If you go
What: Memorial service for Roy Southard
Where: Shadow Mountain
When: 12:30 to 3 p.m. Friday
• In lieu of flowers, the Southard family asks that donations be made to the Roy Southard Memorial Fund, to help with remaining medical costs from Roy’s illness.
For 34 years, the only fixture more permanent in the Cork and Bottle liquor store than owner Roy Southard was a chair next to the counter.
Anyone who sat in that chair, whether it was one of Southard’s many nieces and nephews or a regular customer, was likely to be treated to a piece of life advice or an old fishing tale.
He knew where the fish were biting and where to find trophy elk. But, most of all, he shared his wisdom.
“He was an uncle, of course, and a grandpa,” Southard’s nephew Kelly Walls said. “But, he was a mentor and a counselor to many people in this town. Instead of buying their liquor and leaving, people would stay, sit and listen to his stories.”
Southard died Sunday in his home at age 70 after battling illness for almost four years. His wife, Judy, was by his side, along with his grandchildren and nephews, who will all remember the kind, honest advice of a working man.
Southard moved to Craig in 1971 and began working at what was then Cork and Bottle Shop and gas station.
He took over the business in 1980, which he owned and operated for 34 years. While he owned the liquor store, he worked a stint at the Hayden Station power plant, sold jewelry across the country and sang in a group called Cross Mountain Band.
He raised his two grandchildren, Amber and Sean, when his daughter, Stacy Guice, was killed tragically in a car accident at age 20.
He lent steadfast advice to every one of his brothers, sisters, nieces and nephews — and they all listened, Southard’s nephew Justin Gallegos said.
“He told me the woman I should marry,” Gallegos said. “I brought my girlfriend home and I said, ‘Uncle Roy, this is my girlfriend.’ He sat and visited with her then he told me, ‘Don’t you screw that up.’ He was usually right about everything. He helped so many of us start our lives and become the men we are now.”
Gallegos said Roy and Judy’s house had an open door policy for anyone in the family. He said if anyone needed, they could walk through the front door in the middle of the night and have a place to stay.
Gallegos said Southard had an open heart for troubled children, and he ended up cosigning a loan for one of his young friends who had, at one point, broken into his liquor store.
“He was always wanting to help those kinds of people,” Gallegos said. “You could always count on him being there, whether he could afford it or not.”
He took all of his family members hunting and fishing, ultimately inspiring Gallegos to start his own hunting company, Majestic Trophy Outfitters.
With Southard as your uncle, the sportsman’s life was the only life.
“If you killed a good buck or a fish and you didn’t take it by the store and show him, you were in trouble,” Gallegos said. “That was the hardest part toward the end of his life; that he was restricted to his home. It would just drive him nuts, all those animals being taken, and he didn’t get to see them.”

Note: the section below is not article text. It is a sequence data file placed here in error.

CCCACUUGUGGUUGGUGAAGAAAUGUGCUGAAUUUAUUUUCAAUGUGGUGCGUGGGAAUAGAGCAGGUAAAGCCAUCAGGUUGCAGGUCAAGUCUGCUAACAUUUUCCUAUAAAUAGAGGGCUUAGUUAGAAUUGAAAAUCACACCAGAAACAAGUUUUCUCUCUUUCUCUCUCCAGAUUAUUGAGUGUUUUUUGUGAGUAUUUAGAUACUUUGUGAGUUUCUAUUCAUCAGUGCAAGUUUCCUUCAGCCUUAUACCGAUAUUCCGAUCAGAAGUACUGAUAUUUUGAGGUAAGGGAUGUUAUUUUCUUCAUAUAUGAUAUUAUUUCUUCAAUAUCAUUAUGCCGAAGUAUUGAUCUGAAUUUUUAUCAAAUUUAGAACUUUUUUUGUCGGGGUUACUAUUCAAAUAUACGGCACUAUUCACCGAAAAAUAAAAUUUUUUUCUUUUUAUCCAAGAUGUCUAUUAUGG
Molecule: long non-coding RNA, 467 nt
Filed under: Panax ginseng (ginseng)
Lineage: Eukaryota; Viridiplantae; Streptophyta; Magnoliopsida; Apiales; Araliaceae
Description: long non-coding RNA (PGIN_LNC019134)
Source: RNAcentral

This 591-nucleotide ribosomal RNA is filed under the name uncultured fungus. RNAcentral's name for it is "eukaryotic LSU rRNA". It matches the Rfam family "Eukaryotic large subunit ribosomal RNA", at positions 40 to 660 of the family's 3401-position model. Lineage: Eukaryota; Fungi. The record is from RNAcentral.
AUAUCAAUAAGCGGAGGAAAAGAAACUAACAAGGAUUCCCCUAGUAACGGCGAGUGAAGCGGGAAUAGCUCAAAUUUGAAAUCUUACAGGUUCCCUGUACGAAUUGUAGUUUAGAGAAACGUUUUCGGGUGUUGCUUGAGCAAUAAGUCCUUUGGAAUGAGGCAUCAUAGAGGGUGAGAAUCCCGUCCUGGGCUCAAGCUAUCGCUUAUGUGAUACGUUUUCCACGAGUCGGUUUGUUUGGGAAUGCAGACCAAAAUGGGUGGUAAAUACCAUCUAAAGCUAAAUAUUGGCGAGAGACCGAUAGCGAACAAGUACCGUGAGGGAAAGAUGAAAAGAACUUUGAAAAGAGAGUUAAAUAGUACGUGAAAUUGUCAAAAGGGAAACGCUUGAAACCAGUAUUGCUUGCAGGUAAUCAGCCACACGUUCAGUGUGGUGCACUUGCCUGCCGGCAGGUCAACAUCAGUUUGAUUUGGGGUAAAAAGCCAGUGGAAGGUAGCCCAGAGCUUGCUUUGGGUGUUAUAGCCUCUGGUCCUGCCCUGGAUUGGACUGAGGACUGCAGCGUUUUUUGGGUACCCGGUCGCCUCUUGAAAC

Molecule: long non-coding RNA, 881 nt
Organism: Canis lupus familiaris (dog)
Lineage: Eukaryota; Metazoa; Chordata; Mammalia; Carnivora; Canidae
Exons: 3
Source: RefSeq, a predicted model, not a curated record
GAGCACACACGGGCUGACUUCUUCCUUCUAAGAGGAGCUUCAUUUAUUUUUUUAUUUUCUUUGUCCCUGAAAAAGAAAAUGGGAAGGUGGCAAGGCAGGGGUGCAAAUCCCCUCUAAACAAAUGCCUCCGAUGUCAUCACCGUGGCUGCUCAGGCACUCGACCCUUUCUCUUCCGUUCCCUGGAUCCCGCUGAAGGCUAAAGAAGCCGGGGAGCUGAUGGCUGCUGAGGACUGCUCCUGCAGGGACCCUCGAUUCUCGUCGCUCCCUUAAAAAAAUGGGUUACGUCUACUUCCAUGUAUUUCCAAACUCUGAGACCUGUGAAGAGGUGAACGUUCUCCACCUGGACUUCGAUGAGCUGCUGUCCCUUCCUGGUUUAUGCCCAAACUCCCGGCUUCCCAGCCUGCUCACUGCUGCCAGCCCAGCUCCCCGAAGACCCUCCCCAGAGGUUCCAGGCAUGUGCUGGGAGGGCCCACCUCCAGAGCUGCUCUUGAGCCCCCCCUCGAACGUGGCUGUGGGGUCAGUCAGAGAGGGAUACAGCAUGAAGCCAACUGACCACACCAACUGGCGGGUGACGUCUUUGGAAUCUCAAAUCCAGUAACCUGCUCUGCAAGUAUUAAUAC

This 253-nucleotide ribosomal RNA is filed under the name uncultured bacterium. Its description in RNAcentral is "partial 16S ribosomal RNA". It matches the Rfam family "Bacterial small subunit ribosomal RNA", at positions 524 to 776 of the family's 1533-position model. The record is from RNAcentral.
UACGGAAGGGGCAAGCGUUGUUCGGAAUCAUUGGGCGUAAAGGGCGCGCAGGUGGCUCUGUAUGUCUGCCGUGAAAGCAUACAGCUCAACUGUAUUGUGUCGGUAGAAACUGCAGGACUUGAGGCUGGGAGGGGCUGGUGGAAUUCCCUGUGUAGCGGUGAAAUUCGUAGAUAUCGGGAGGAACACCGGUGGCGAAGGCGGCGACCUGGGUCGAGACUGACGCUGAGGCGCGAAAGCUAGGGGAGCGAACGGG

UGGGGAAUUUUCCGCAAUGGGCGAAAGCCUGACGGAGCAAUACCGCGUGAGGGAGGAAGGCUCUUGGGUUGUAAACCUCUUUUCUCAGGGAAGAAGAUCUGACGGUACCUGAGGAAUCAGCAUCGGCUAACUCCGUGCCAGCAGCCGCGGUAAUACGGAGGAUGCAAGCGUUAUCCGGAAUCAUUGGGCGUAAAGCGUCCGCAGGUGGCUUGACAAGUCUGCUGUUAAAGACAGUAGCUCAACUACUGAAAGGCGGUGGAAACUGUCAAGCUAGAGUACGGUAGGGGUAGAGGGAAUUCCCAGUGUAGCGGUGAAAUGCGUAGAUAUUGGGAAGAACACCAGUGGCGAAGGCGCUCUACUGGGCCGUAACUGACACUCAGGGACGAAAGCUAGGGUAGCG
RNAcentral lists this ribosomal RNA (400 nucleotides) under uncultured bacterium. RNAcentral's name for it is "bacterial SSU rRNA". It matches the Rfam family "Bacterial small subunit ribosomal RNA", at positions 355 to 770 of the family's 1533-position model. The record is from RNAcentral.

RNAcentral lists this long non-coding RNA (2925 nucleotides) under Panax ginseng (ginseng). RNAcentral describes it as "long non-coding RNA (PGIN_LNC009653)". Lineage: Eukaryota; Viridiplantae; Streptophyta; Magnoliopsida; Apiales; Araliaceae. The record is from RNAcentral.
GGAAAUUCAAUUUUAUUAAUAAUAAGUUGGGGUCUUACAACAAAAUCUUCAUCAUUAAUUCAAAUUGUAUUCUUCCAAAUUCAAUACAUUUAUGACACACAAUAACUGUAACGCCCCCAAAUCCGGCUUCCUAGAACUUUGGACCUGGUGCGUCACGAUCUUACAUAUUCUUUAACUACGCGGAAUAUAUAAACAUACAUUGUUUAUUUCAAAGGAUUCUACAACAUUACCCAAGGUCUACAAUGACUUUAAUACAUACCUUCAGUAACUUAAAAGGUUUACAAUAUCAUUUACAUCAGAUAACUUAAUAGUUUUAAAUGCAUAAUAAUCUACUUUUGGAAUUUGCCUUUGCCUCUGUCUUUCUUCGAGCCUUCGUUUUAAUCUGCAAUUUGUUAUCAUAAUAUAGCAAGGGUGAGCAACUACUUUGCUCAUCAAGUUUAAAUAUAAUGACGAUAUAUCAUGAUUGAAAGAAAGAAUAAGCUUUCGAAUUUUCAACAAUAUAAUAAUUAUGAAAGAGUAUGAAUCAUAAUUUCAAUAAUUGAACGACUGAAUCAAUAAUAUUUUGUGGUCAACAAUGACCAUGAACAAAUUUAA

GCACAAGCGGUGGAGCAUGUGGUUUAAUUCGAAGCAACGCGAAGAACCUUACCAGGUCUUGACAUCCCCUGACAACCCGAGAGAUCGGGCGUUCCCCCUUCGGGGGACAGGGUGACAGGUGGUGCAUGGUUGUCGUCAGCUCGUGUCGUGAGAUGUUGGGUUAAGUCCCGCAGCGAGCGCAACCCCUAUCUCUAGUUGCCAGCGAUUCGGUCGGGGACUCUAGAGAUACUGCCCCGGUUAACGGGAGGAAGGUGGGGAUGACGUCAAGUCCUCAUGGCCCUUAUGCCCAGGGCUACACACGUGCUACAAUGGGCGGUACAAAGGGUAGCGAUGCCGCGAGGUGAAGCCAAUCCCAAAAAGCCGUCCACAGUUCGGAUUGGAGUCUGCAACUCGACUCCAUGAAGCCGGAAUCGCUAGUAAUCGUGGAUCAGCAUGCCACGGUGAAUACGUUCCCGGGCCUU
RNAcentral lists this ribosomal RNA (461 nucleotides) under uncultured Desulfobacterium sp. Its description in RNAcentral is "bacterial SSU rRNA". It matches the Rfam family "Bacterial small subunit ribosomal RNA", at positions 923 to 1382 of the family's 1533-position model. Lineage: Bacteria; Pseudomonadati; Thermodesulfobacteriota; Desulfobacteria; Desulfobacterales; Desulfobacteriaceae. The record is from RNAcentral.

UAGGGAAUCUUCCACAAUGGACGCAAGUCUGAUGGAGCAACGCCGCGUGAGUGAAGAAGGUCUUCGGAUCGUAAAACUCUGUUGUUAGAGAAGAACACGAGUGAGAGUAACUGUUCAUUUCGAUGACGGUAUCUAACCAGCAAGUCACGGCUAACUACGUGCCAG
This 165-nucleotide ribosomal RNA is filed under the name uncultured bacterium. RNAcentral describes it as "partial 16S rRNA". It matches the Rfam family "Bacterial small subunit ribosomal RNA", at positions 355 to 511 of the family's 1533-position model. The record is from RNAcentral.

Gallegos said family members would bring him pictures of animals they’d gotten.
Walls even took him to Elkhead Reservoir in summer 2008, sitting his oxygen down next to his chair and baiting his hook for him.
All Walls wanted was to continue the bond his uncle had forged with him when he was young, when he chose a young Walls to go out fishing with him at daybreak.
“He spent time with me every day teaching me the ropes,” Walls said. “He probably taught the majority of my brothers and sisters how to hunt.”
But he taught his family and friends more than just how to take down a trophy buck or a 30-inch pike.
“It was more like how to believe in who you are no matter what you did,” Walls said. “To him, it didn’t matter if you were the president of a bank or a plumber if you were happy with what you did.”
Hal Glanville, 61, knew Southard for more than 40 years.
Glanville said there wasn’t an inch of land in the county the two didn’t hunt or fish together, arguing like an old married couple every step of the way.
“He was like a brother to me,” Glanville said. “I will guarantee you’ve never had a friend like him. He was a pure human being and the most honest guy ever.”
Glanville said Southard was only angry with him once in 40 years, and it wasn’t because of one of their many differences. It was because Glanville shot an elk that he wanted for himself.
In Southard’s waning years, Glanville still visited his friend almost every day. The two never ran out of stories to trade or arguments to continue.
“I never met anyone who didn’t like him,” Glanville said. “It was just him. The inside of him, his heart and the purity of him.”
Nicole Inglis can be reached at 875-1793 or email@example.com.